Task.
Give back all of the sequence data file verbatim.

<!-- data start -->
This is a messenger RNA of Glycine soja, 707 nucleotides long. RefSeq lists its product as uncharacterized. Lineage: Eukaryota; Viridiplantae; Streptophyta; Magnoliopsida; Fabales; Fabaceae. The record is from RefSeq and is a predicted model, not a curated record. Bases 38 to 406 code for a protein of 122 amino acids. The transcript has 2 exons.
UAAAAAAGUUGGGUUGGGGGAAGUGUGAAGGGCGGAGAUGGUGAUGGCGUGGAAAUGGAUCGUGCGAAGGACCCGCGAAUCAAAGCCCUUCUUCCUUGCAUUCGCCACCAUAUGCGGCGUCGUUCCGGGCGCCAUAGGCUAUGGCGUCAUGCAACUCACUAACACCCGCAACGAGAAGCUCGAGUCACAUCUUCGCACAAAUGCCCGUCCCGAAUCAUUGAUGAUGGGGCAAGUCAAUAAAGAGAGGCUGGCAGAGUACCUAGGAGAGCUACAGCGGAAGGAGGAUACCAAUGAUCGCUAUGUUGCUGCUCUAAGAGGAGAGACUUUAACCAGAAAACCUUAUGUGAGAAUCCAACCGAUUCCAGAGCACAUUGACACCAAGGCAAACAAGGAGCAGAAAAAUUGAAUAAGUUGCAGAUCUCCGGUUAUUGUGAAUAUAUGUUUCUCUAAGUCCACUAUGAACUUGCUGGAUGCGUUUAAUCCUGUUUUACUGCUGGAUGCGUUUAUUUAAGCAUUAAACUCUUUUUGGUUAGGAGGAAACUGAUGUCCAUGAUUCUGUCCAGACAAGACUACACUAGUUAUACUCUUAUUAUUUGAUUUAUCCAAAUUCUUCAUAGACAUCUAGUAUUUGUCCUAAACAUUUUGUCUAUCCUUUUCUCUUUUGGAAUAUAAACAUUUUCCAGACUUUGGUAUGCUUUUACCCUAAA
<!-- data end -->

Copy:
This is a messenger RNA of Glycine soja, 707 nucleotides long. RefSeq lists its product as uncharacterized. Lineage: Eukaryota; Viridiplantae; Streptophyta; Magnoliopsida; Fabales; Fabaceae. The record is from RefSeq and is a predicted model, not a curated record. Bases 38 to 406 code for a protein of 122 amino acids. The transcript has 2 exons.
UAAAAAAGUUGGGUUGGGGGAAGUGUGAAGGGCGGAGAUGGUGAUGGCGUGGAAAUGGAUCGUGCGAAGGACCCGCGAAUCAAAGCCCUUCUUCCUUGCAUUCGCCACCAUAUGCGGCGUCGUUCCGGGCGCCAUAGGCUAUGGCGUCAUGCAACUCACUAACACCCGCAACGAGAAGCUCGAGUCACAUCUUCGCACAAAUGCCCGUCCCGAAUCAUUGAUGAUGGGGCAAGUCAAUAAAGAGAGGCUGGCAGAGUACCUAGGAGAGCUACAGCGGAAGGAGGAUACCAAUGAUCGCUAUGUUGCUGCUCUAAGAGGAGAGACUUUAACCAGAAAACCUUAUGUGAGAAUCCAACCGAUUCCAGAGCACAUUGACACCAAGGCAAACAAGGAGCAGAAAAAUUGAAUAAGUUGCAGAUCUCCGGUUAUUGUGAAUAUAUGUUUCUCUAAGUCCACUAUGAACUUGCUGGAUGCGUUUAAUCCUGUUUUACUGCUGGAUGCGUUUAUUUAAGCAUUAAACUCUUUUUGGUUAGGAGGAAACUGAUGUCCAUGAUUCUGUCCAGACAAGACUACACUAGUUAUACUCUUAUUAUUUGAUUUAUCCAAAUUCUUCAUAGACAUCUAGUAUUUGUCCUAAACAUUUUGUCUAUCCUUUUCUCUUUUGGAAUAUAAACAUUUUCCAGACUUUGGUAUGCUUUUACCCUAAA